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2018 Graduation Speech

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When I walked through the front doors of Staples High School for the first time in August of 2014, I remember looking around and seeing students who looked like they found their place. I too had a goal to one day be a student who had his own community at Staples. As important as academics are, like most freshmen I wanted to find my niche. Looking around and seeing the football star, the tennis captain, the lead in the play; they had their niche. I had trained for countless hours over the summer playing tennis, hitting hundreds of forehands and backhands a day against a wall. I was sure that was my price of admission towards acceptance. But as fate would have it, the next four years turned out much different than expected. As many of you know, that can be a good thing. Here’s my story
Shortly after beginning my freshman year, it became apparent that I had Ehlers-Danlos Syndrome. In short, my joints are much looser than the average person, which causes frequent dislocations. Imagine a routine walk to the car, and without warning collapsing because your kneecap is completely out of its socket. Not exactly the ingredients for an aspiring tennis star. I was devastated. What now?
Now would look like Beatles albums wall-to-wall. Now would look like movie posters; Rocky, Scarface, The Godfather. Now would look like microphones on stands, dimmed lights, and the smell of vinyl album jackets. I walked in wearing a faded Yankees jersey and Knicks sweatpants, but when I heard the sound of John, Paul, George, and Ringo I found myself humming immediately. I found the place that would become my home for the next four years. Now would be room 450, better known as the media lab, home of WWPT 90.3FM.
WWPT is the Staples’ radio station, and it was my ticket to a niche. It was an environment that allowed me to channel my passion for sports into broadcasts, while also building a passion for the past 60 years of music and diving deeper into news, politics, and opinion.
I realized I had found my home at Staples, and was hopeful for the chance of a smooth future. But as you know, hope is not a guarantee. In order to be successful, you also need grit, passion, and a little help from your friends. I started to sink my teeth into preparing for and hosting multiple radio shows a week that covered various topics, along with obsessively listening to professional radio hosts, and understanding the nuances of my idol Michael Kay’s play-by-play. I began to become known as the “radio guy” at Staples, calling games for football, baseball, and my favorite hockey.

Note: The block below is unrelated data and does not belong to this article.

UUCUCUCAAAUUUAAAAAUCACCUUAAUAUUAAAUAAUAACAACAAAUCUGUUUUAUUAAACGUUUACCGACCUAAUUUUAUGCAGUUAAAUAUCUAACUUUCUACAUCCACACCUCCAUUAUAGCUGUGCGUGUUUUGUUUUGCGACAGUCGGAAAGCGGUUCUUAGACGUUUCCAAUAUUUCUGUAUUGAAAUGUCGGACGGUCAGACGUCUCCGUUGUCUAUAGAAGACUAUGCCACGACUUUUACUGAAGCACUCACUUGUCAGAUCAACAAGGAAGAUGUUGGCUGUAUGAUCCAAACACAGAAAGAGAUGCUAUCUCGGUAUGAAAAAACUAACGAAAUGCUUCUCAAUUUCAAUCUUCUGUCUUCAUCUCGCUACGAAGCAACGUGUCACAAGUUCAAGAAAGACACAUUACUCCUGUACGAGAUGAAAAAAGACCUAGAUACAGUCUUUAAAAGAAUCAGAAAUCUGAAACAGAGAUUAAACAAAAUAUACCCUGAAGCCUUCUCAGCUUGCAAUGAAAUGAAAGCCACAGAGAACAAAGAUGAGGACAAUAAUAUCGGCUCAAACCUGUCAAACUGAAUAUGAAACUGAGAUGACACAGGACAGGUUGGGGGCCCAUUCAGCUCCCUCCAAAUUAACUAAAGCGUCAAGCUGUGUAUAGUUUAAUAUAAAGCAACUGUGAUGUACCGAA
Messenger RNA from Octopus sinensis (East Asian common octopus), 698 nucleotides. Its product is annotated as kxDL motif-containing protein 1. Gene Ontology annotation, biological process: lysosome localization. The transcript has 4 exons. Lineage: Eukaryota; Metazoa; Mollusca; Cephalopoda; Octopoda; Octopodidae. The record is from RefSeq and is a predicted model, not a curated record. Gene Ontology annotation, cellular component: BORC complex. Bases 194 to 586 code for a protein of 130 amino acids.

In January of my sophomore year, I severely dislocated my left knee. The surgery and recovery that followed put me in a wheelchair for the rest of the school year. My grit, persistence, and passion were put to the ultimate test. Come March, our Staples hockey team was playing in the state semifinals at Yale’s 60-year old hockey rink. As I began to prepare for the broadcast, I discovered that wheelchair accessibility wasn’t a priority when the arena was built in 1957. This was the biggest game of the year, but I didn’t think I could get away with calling it on wheels. I felt sad and embarrassed.
Reluctantly, I asked for help from classmates and family. We all expect family to help us through these times, but what was so special was how members of our class, including the hockey team, helped me through this. They rallied around me, arriving to the stadium 5 hours before puck drop to get me through that stair-filled stadium and into the press box. I successfully called the overtime Staples win, and to this day I still feel that it’s the strongest broadcast I’ve ever had. But without those who supported me, it would never have happened. I learned that it’s okay to ask for help when you need it. Often times, we can’t get by without it.
Ever since that experience, I’ve continued to pursue my passion in broadcasting and journalism. What’s unique about the Staples experience is that you aren’t sheltered or cradled. You learn about real, relevant issues and are given public mediums to discuss them. WWPT has an active listenership, and the school newspaper Inklings has a strong following. With that comes major responsibility.
When I first joined those organizations, that responsibility seemed as exciting as it was daunting. What if I made any mistakes? And wouldn’t you know, I’ve made plenty of mistakes. I’ve gotten hate calls on the radio, and had heavily-criticized articles in the paper. But one of Staples’ most important qualities is that students are allowed to fail. Through my experience, I’ve learned that if you aren’t failing, you aren’t trying. Every time I’ve faced failure, I’ve learned from it and emerged a better person.
For the next 4 years, I’ll be living in the biggest and most competitive city in the world as I attend Fordham University. With that comes exciting opportunities, but also many excuses to get in my way. But I feel incredibly prepared for this journey from my time at Staples. I’ve made friends that will last a lifetime, discovered my true passion, and learned that if you want something, go out and get it. Don’t let setbacks or a fear of failure get in your way. In the words of John Lennon, “life is what happens while you’re busy making other plans.” Never be afraid to ask for help when needed; and if you can’t walk there, wheel.
In a world of fake news, I’ve learned to pursue my career with honor, respect, and integrity. These are all things that can’t be taught just by reading a textbook, but more so by being opened to new ideas and learning from your mistakes. That’s what it means to be a Staples graduate. Thank you.

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2018 Graduation Speech